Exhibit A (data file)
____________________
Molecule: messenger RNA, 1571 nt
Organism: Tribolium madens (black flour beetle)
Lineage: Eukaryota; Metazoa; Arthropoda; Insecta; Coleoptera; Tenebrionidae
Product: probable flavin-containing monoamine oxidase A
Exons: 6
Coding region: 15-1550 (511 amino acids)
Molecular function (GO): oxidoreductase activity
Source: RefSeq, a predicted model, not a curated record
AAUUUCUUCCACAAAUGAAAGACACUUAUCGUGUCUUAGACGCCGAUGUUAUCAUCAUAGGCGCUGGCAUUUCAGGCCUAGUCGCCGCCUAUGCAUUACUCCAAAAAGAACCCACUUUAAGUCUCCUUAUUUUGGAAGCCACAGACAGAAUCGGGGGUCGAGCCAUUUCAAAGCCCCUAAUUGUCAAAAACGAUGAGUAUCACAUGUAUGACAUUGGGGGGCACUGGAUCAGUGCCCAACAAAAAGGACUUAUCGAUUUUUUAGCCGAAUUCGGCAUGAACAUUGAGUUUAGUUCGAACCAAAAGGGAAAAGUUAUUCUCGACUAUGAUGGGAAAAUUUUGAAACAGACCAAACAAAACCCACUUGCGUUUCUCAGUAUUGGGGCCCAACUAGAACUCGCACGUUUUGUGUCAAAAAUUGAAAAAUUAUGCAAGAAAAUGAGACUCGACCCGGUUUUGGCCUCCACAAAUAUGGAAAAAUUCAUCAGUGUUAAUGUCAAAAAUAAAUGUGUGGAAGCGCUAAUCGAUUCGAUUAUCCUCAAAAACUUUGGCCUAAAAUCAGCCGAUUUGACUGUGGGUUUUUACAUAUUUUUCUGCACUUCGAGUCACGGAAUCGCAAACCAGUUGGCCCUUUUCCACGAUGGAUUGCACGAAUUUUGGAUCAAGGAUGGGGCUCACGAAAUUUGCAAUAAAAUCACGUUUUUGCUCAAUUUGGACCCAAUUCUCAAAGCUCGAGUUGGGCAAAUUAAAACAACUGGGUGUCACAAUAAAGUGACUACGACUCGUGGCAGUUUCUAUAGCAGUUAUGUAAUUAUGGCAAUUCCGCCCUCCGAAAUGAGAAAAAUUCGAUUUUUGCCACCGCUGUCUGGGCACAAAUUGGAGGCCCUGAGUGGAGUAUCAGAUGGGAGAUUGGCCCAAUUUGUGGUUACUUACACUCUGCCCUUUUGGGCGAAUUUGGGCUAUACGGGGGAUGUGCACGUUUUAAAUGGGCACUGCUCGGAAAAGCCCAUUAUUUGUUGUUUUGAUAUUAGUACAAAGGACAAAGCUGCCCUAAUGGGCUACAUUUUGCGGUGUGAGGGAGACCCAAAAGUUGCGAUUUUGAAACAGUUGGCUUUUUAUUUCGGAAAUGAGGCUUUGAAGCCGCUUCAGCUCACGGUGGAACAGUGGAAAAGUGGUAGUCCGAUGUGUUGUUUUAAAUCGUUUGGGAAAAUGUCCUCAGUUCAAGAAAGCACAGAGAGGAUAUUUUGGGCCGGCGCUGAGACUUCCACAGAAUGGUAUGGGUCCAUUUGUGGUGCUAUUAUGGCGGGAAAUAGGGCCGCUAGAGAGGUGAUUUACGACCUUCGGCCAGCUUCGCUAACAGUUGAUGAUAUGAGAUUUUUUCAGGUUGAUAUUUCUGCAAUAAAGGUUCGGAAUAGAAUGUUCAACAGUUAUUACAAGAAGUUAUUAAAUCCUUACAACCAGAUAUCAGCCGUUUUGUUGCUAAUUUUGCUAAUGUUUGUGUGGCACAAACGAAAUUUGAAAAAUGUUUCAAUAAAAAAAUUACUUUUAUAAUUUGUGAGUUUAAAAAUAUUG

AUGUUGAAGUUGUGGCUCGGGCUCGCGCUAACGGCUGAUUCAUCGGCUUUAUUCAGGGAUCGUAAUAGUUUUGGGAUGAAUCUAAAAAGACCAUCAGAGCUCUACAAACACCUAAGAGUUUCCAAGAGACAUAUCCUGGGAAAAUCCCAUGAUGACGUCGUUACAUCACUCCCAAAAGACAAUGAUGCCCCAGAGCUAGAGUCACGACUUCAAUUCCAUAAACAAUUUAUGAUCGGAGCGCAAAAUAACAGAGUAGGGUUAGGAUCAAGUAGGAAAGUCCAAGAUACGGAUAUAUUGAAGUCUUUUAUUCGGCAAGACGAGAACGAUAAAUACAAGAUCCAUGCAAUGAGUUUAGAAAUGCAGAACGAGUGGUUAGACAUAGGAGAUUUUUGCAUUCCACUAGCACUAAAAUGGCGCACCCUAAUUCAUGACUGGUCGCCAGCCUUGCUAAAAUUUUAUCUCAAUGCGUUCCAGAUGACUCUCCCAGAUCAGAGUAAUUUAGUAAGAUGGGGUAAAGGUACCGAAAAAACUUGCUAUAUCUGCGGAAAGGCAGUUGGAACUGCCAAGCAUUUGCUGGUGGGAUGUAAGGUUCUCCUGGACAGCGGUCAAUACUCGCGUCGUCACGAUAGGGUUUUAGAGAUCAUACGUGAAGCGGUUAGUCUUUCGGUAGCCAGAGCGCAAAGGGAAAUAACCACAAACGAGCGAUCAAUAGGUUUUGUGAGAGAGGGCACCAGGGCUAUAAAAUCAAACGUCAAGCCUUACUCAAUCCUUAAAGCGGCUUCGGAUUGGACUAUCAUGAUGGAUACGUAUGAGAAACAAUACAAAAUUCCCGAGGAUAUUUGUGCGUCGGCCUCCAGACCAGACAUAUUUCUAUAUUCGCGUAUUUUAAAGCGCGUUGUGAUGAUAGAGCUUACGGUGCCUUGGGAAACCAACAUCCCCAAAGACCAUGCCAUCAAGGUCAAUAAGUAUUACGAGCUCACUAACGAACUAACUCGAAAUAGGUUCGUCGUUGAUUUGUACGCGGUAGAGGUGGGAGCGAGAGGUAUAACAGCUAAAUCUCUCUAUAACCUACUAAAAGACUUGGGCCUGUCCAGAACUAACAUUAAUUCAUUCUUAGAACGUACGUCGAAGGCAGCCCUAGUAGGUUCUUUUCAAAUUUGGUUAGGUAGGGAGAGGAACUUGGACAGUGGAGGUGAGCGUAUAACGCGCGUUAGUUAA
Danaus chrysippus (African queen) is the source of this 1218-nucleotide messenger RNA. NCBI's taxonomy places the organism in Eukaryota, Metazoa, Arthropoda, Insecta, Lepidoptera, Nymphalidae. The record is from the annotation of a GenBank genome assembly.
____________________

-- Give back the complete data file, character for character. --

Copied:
Molecule: messenger RNA, 1571 nt
Organism: Tribolium madens (black flour beetle)
Lineage: Eukaryota; Metazoa; Arthropoda; Insecta; Coleoptera; Tenebrionidae
Product: probable flavin-containing monoamine oxidase A
Exons: 6
Coding region: 15-1550 (511 amino acids)
Molecular function (GO): oxidoreductase activity
Source: RefSeq, a predicted model, not a curated record
AAUUUCUUCCACAAAUGAAAGACACUUAUCGUGUCUUAGACGCCGAUGUUAUCAUCAUAGGCGCUGGCAUUUCAGGCCUAGUCGCCGCCUAUGCAUUACUCCAAAAAGAACCCACUUUAAGUCUCCUUAUUUUGGAAGCCACAGACAGAAUCGGGGGUCGAGCCAUUUCAAAGCCCCUAAUUGUCAAAAACGAUGAGUAUCACAUGUAUGACAUUGGGGGGCACUGGAUCAGUGCCCAACAAAAAGGACUUAUCGAUUUUUUAGCCGAAUUCGGCAUGAACAUUGAGUUUAGUUCGAACCAAAAGGGAAAAGUUAUUCUCGACUAUGAUGGGAAAAUUUUGAAACAGACCAAACAAAACCCACUUGCGUUUCUCAGUAUUGGGGCCCAACUAGAACUCGCACGUUUUGUGUCAAAAAUUGAAAAAUUAUGCAAGAAAAUGAGACUCGACCCGGUUUUGGCCUCCACAAAUAUGGAAAAAUUCAUCAGUGUUAAUGUCAAAAAUAAAUGUGUGGAAGCGCUAAUCGAUUCGAUUAUCCUCAAAAACUUUGGCCUAAAAUCAGCCGAUUUGACUGUGGGUUUUUACAUAUUUUUCUGCACUUCGAGUCACGGAAUCGCAAACCAGUUGGCCCUUUUCCACGAUGGAUUGCACGAAUUUUGGAUCAAGGAUGGGGCUCACGAAAUUUGCAAUAAAAUCACGUUUUUGCUCAAUUUGGACCCAAUUCUCAAAGCUCGAGUUGGGCAAAUUAAAACAACUGGGUGUCACAAUAAAGUGACUACGACUCGUGGCAGUUUCUAUAGCAGUUAUGUAAUUAUGGCAAUUCCGCCCUCCGAAAUGAGAAAAAUUCGAUUUUUGCCACCGCUGUCUGGGCACAAAUUGGAGGCCCUGAGUGGAGUAUCAGAUGGGAGAUUGGCCCAAUUUGUGGUUACUUACACUCUGCCCUUUUGGGCGAAUUUGGGCUAUACGGGGGAUGUGCACGUUUUAAAUGGGCACUGCUCGGAAAAGCCCAUUAUUUGUUGUUUUGAUAUUAGUACAAAGGACAAAGCUGCCCUAAUGGGCUACAUUUUGCGGUGUGAGGGAGACCCAAAAGUUGCGAUUUUGAAACAGUUGGCUUUUUAUUUCGGAAAUGAGGCUUUGAAGCCGCUUCAGCUCACGGUGGAACAGUGGAAAAGUGGUAGUCCGAUGUGUUGUUUUAAAUCGUUUGGGAAAAUGUCCUCAGUUCAAGAAAGCACAGAGAGGAUAUUUUGGGCCGGCGCUGAGACUUCCACAGAAUGGUAUGGGUCCAUUUGUGGUGCUAUUAUGGCGGGAAAUAGGGCCGCUAGAGAGGUGAUUUACGACCUUCGGCCAGCUUCGCUAACAGUUGAUGAUAUGAGAUUUUUUCAGGUUGAUAUUUCUGCAAUAAAGGUUCGGAAUAGAAUGUUCAACAGUUAUUACAAGAAGUUAUUAAAUCCUUACAACCAGAUAUCAGCCGUUUUGUUGCUAAUUUUGCUAAUGUUUGUGUGGCACAAACGAAAUUUGAAAAAUGUUUCAAUAAAAAAAUUACUUUUAUAAUUUGUGAGUUUAAAAAUAUUG

AUGUUGAAGUUGUGGCUCGGGCUCGCGCUAACGGCUGAUUCAUCGGCUUUAUUCAGGGAUCGUAAUAGUUUUGGGAUGAAUCUAAAAAGACCAUCAGAGCUCUACAAACACCUAAGAGUUUCCAAGAGACAUAUCCUGGGAAAAUCCCAUGAUGACGUCGUUACAUCACUCCCAAAAGACAAUGAUGCCCCAGAGCUAGAGUCACGACUUCAAUUCCAUAAACAAUUUAUGAUCGGAGCGCAAAAUAACAGAGUAGGGUUAGGAUCAAGUAGGAAAGUCCAAGAUACGGAUAUAUUGAAGUCUUUUAUUCGGCAAGACGAGAACGAUAAAUACAAGAUCCAUGCAAUGAGUUUAGAAAUGCAGAACGAGUGGUUAGACAUAGGAGAUUUUUGCAUUCCACUAGCACUAAAAUGGCGCACCCUAAUUCAUGACUGGUCGCCAGCCUUGCUAAAAUUUUAUCUCAAUGCGUUCCAGAUGACUCUCCCAGAUCAGAGUAAUUUAGUAAGAUGGGGUAAAGGUACCGAAAAAACUUGCUAUAUCUGCGGAAAGGCAGUUGGAACUGCCAAGCAUUUGCUGGUGGGAUGUAAGGUUCUCCUGGACAGCGGUCAAUACUCGCGUCGUCACGAUAGGGUUUUAGAGAUCAUACGUGAAGCGGUUAGUCUUUCGGUAGCCAGAGCGCAAAGGGAAAUAACCACAAACGAGCGAUCAAUAGGUUUUGUGAGAGAGGGCACCAGGGCUAUAAAAUCAAACGUCAAGCCUUACUCAAUCCUUAAAGCGGCUUCGGAUUGGACUAUCAUGAUGGAUACGUAUGAGAAACAAUACAAAAUUCCCGAGGAUAUUUGUGCGUCGGCCUCCAGACCAGACAUAUUUCUAUAUUCGCGUAUUUUAAAGCGCGUUGUGAUGAUAGAGCUUACGGUGCCUUGGGAAACCAACAUCCCCAAAGACCAUGCCAUCAAGGUCAAUAAGUAUUACGAGCUCACUAACGAACUAACUCGAAAUAGGUUCGUCGUUGAUUUGUACGCGGUAGAGGUGGGAGCGAGAGGUAUAACAGCUAAAUCUCUCUAUAACCUACUAAAAGACUUGGGCCUGUCCAGAACUAACAUUAAUUCAUUCUUAGAACGUACGUCGAAGGCAGCCCUAGUAGGUUCUUUUCAAAUUUGGUUAGGUAGGGAGAGGAACUUGGACAGUGGAGGUGAGCGUAUAACGCGCGUUAGUUAA
Danaus chrysippus (African queen) is the source of this 1218-nucleotide messenger RNA. NCBI's taxonomy places the organism in Eukaryota, Metazoa, Arthropoda, Insecta, Lepidoptera, Nymphalidae. The record is from the annotation of a GenBank genome assembly.